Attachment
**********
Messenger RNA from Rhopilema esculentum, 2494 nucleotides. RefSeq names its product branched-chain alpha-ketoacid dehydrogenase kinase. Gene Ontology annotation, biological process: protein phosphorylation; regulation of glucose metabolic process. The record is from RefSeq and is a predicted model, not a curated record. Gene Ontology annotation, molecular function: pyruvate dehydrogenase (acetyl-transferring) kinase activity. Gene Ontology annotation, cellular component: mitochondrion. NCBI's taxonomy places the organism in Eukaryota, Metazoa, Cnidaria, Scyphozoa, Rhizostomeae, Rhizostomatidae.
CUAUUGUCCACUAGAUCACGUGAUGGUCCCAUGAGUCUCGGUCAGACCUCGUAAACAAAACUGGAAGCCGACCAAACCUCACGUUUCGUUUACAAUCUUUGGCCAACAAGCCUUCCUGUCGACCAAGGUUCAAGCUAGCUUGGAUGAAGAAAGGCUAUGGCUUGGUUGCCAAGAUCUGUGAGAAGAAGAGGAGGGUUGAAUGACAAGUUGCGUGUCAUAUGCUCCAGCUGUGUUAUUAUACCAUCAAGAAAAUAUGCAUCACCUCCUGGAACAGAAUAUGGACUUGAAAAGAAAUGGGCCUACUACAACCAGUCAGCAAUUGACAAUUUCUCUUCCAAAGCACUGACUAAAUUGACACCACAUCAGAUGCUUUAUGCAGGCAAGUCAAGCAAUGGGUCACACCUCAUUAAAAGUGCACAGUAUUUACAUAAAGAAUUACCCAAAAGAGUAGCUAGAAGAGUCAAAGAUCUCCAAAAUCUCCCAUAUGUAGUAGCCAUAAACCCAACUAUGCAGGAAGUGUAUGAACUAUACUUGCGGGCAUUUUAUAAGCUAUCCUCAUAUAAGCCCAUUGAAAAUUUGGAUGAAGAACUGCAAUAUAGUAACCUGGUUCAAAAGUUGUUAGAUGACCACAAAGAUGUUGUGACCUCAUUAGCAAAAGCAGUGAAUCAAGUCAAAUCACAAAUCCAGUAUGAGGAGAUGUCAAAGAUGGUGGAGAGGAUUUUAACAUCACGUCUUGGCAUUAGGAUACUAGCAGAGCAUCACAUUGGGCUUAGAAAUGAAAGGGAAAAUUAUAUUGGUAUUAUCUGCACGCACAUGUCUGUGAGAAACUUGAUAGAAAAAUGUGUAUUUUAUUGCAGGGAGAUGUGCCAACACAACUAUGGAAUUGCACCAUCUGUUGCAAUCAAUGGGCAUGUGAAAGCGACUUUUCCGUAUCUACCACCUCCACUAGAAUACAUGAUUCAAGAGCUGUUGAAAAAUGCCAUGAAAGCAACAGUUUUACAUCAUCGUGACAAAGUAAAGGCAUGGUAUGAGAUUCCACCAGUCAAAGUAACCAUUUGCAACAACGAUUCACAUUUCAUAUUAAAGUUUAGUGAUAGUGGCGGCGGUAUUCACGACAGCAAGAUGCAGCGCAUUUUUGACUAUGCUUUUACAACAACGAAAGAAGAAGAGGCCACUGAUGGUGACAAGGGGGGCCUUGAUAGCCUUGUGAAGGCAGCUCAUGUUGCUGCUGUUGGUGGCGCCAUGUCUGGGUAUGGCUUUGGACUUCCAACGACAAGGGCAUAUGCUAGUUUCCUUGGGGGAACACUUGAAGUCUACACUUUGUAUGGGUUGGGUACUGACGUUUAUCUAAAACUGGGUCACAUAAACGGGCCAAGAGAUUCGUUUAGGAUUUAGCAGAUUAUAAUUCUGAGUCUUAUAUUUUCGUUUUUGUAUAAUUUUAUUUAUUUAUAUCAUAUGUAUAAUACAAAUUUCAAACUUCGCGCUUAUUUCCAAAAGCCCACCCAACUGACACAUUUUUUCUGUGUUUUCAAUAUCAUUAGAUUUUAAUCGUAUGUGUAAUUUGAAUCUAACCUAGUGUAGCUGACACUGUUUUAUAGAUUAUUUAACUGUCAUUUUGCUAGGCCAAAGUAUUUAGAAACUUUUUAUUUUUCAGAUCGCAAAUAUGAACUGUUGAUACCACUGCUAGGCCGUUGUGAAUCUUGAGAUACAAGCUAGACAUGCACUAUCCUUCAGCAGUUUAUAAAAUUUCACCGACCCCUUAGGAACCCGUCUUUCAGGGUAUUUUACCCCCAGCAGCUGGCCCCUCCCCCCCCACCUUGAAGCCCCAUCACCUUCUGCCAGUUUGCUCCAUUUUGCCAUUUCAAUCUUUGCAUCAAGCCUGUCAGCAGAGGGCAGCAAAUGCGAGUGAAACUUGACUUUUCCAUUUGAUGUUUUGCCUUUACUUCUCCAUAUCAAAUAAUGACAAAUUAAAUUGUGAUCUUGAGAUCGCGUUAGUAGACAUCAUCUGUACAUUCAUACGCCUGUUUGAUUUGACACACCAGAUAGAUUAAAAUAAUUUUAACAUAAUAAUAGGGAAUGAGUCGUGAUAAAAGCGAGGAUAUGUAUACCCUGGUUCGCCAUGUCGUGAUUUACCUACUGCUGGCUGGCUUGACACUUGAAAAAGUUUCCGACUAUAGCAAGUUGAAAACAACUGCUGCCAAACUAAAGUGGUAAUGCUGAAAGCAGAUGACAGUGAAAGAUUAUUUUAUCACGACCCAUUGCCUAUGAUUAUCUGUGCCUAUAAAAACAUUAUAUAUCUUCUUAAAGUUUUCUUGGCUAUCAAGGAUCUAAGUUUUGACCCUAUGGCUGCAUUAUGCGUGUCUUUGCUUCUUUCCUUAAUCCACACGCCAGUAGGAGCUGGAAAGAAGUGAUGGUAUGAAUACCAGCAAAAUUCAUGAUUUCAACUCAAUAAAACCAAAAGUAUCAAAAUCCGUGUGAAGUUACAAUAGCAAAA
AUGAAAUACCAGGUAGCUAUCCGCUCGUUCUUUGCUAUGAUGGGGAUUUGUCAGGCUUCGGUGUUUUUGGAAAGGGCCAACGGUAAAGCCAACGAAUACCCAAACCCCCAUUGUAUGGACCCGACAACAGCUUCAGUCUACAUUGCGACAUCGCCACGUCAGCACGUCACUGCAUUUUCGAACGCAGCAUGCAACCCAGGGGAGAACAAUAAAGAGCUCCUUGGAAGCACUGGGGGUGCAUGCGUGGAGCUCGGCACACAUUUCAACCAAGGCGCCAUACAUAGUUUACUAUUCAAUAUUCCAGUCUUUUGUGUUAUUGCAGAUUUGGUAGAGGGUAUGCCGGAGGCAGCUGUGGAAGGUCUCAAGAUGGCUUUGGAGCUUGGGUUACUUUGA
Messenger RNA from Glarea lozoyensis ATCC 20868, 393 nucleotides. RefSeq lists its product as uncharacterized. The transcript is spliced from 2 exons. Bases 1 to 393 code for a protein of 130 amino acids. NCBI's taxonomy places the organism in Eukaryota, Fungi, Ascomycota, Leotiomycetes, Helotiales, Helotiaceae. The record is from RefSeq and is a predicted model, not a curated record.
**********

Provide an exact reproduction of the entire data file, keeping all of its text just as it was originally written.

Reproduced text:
Messenger RNA from Rhopilema esculentum, 2494 nucleotides. RefSeq names its product branched-chain alpha-ketoacid dehydrogenase kinase. Gene Ontology annotation, biological process: protein phosphorylation; regulation of glucose metabolic process. The record is from RefSeq and is a predicted model, not a curated record. Gene Ontology annotation, molecular function: pyruvate dehydrogenase (acetyl-transferring) kinase activity. Gene Ontology annotation, cellular component: mitochondrion. NCBI's taxonomy places the organism in Eukaryota, Metazoa, Cnidaria, Scyphozoa, Rhizostomeae, Rhizostomatidae.
CUAUUGUCCACUAGAUCACGUGAUGGUCCCAUGAGUCUCGGUCAGACCUCGUAAACAAAACUGGAAGCCGACCAAACCUCACGUUUCGUUUACAAUCUUUGGCCAACAAGCCUUCCUGUCGACCAAGGUUCAAGCUAGCUUGGAUGAAGAAAGGCUAUGGCUUGGUUGCCAAGAUCUGUGAGAAGAAGAGGAGGGUUGAAUGACAAGUUGCGUGUCAUAUGCUCCAGCUGUGUUAUUAUACCAUCAAGAAAAUAUGCAUCACCUCCUGGAACAGAAUAUGGACUUGAAAAGAAAUGGGCCUACUACAACCAGUCAGCAAUUGACAAUUUCUCUUCCAAAGCACUGACUAAAUUGACACCACAUCAGAUGCUUUAUGCAGGCAAGUCAAGCAAUGGGUCACACCUCAUUAAAAGUGCACAGUAUUUACAUAAAGAAUUACCCAAAAGAGUAGCUAGAAGAGUCAAAGAUCUCCAAAAUCUCCCAUAUGUAGUAGCCAUAAACCCAACUAUGCAGGAAGUGUAUGAACUAUACUUGCGGGCAUUUUAUAAGCUAUCCUCAUAUAAGCCCAUUGAAAAUUUGGAUGAAGAACUGCAAUAUAGUAACCUGGUUCAAAAGUUGUUAGAUGACCACAAAGAUGUUGUGACCUCAUUAGCAAAAGCAGUGAAUCAAGUCAAAUCACAAAUCCAGUAUGAGGAGAUGUCAAAGAUGGUGGAGAGGAUUUUAACAUCACGUCUUGGCAUUAGGAUACUAGCAGAGCAUCACAUUGGGCUUAGAAAUGAAAGGGAAAAUUAUAUUGGUAUUAUCUGCACGCACAUGUCUGUGAGAAACUUGAUAGAAAAAUGUGUAUUUUAUUGCAGGGAGAUGUGCCAACACAACUAUGGAAUUGCACCAUCUGUUGCAAUCAAUGGGCAUGUGAAAGCGACUUUUCCGUAUCUACCACCUCCACUAGAAUACAUGAUUCAAGAGCUGUUGAAAAAUGCCAUGAAAGCAACAGUUUUACAUCAUCGUGACAAAGUAAAGGCAUGGUAUGAGAUUCCACCAGUCAAAGUAACCAUUUGCAACAACGAUUCACAUUUCAUAUUAAAGUUUAGUGAUAGUGGCGGCGGUAUUCACGACAGCAAGAUGCAGCGCAUUUUUGACUAUGCUUUUACAACAACGAAAGAAGAAGAGGCCACUGAUGGUGACAAGGGGGGCCUUGAUAGCCUUGUGAAGGCAGCUCAUGUUGCUGCUGUUGGUGGCGCCAUGUCUGGGUAUGGCUUUGGACUUCCAACGACAAGGGCAUAUGCUAGUUUCCUUGGGGGAACACUUGAAGUCUACACUUUGUAUGGGUUGGGUACUGACGUUUAUCUAAAACUGGGUCACAUAAACGGGCCAAGAGAUUCGUUUAGGAUUUAGCAGAUUAUAAUUCUGAGUCUUAUAUUUUCGUUUUUGUAUAAUUUUAUUUAUUUAUAUCAUAUGUAUAAUACAAAUUUCAAACUUCGCGCUUAUUUCCAAAAGCCCACCCAACUGACACAUUUUUUCUGUGUUUUCAAUAUCAUUAGAUUUUAAUCGUAUGUGUAAUUUGAAUCUAACCUAGUGUAGCUGACACUGUUUUAUAGAUUAUUUAACUGUCAUUUUGCUAGGCCAAAGUAUUUAGAAACUUUUUAUUUUUCAGAUCGCAAAUAUGAACUGUUGAUACCACUGCUAGGCCGUUGUGAAUCUUGAGAUACAAGCUAGACAUGCACUAUCCUUCAGCAGUUUAUAAAAUUUCACCGACCCCUUAGGAACCCGUCUUUCAGGGUAUUUUACCCCCAGCAGCUGGCCCCUCCCCCCCCACCUUGAAGCCCCAUCACCUUCUGCCAGUUUGCUCCAUUUUGCCAUUUCAAUCUUUGCAUCAAGCCUGUCAGCAGAGGGCAGCAAAUGCGAGUGAAACUUGACUUUUCCAUUUGAUGUUUUGCCUUUACUUCUCCAUAUCAAAUAAUGACAAAUUAAAUUGUGAUCUUGAGAUCGCGUUAGUAGACAUCAUCUGUACAUUCAUACGCCUGUUUGAUUUGACACACCAGAUAGAUUAAAAUAAUUUUAACAUAAUAAUAGGGAAUGAGUCGUGAUAAAAGCGAGGAUAUGUAUACCCUGGUUCGCCAUGUCGUGAUUUACCUACUGCUGGCUGGCUUGACACUUGAAAAAGUUUCCGACUAUAGCAAGUUGAAAACAACUGCUGCCAAACUAAAGUGGUAAUGCUGAAAGCAGAUGACAGUGAAAGAUUAUUUUAUCACGACCCAUUGCCUAUGAUUAUCUGUGCCUAUAAAAACAUUAUAUAUCUUCUUAAAGUUUUCUUGGCUAUCAAGGAUCUAAGUUUUGACCCUAUGGCUGCAUUAUGCGUGUCUUUGCUUCUUUCCUUAAUCCACACGCCAGUAGGAGCUGGAAAGAAGUGAUGGUAUGAAUACCAGCAAAAUUCAUGAUUUCAACUCAAUAAAACCAAAAGUAUCAAAAUCCGUGUGAAGUUACAAUAGCAAAA
AUGAAAUACCAGGUAGCUAUCCGCUCGUUCUUUGCUAUGAUGGGGAUUUGUCAGGCUUCGGUGUUUUUGGAAAGGGCCAACGGUAAAGCCAACGAAUACCCAAACCCCCAUUGUAUGGACCCGACAACAGCUUCAGUCUACAUUGCGACAUCGCCACGUCAGCACGUCACUGCAUUUUCGAACGCAGCAUGCAACCCAGGGGAGAACAAUAAAGAGCUCCUUGGAAGCACUGGGGGUGCAUGCGUGGAGCUCGGCACACAUUUCAACCAAGGCGCCAUACAUAGUUUACUAUUCAAUAUUCCAGUCUUUUGUGUUAUUGCAGAUUUGGUAGAGGGUAUGCCGGAGGCAGCUGUGGAAGGUCUCAAGAUGGCUUUGGAGCUUGGGUUACUUUGA
Messenger RNA from Glarea lozoyensis ATCC 20868, 393 nucleotides. RefSeq lists its product as uncharacterized. The transcript is spliced from 2 exons. Bases 1 to 393 code for a protein of 130 amino acids. NCBI's taxonomy places the organism in Eukaryota, Fungi, Ascomycota, Leotiomycetes, Helotiales, Helotiaceae. The record is from RefSeq and is a predicted model, not a curated record.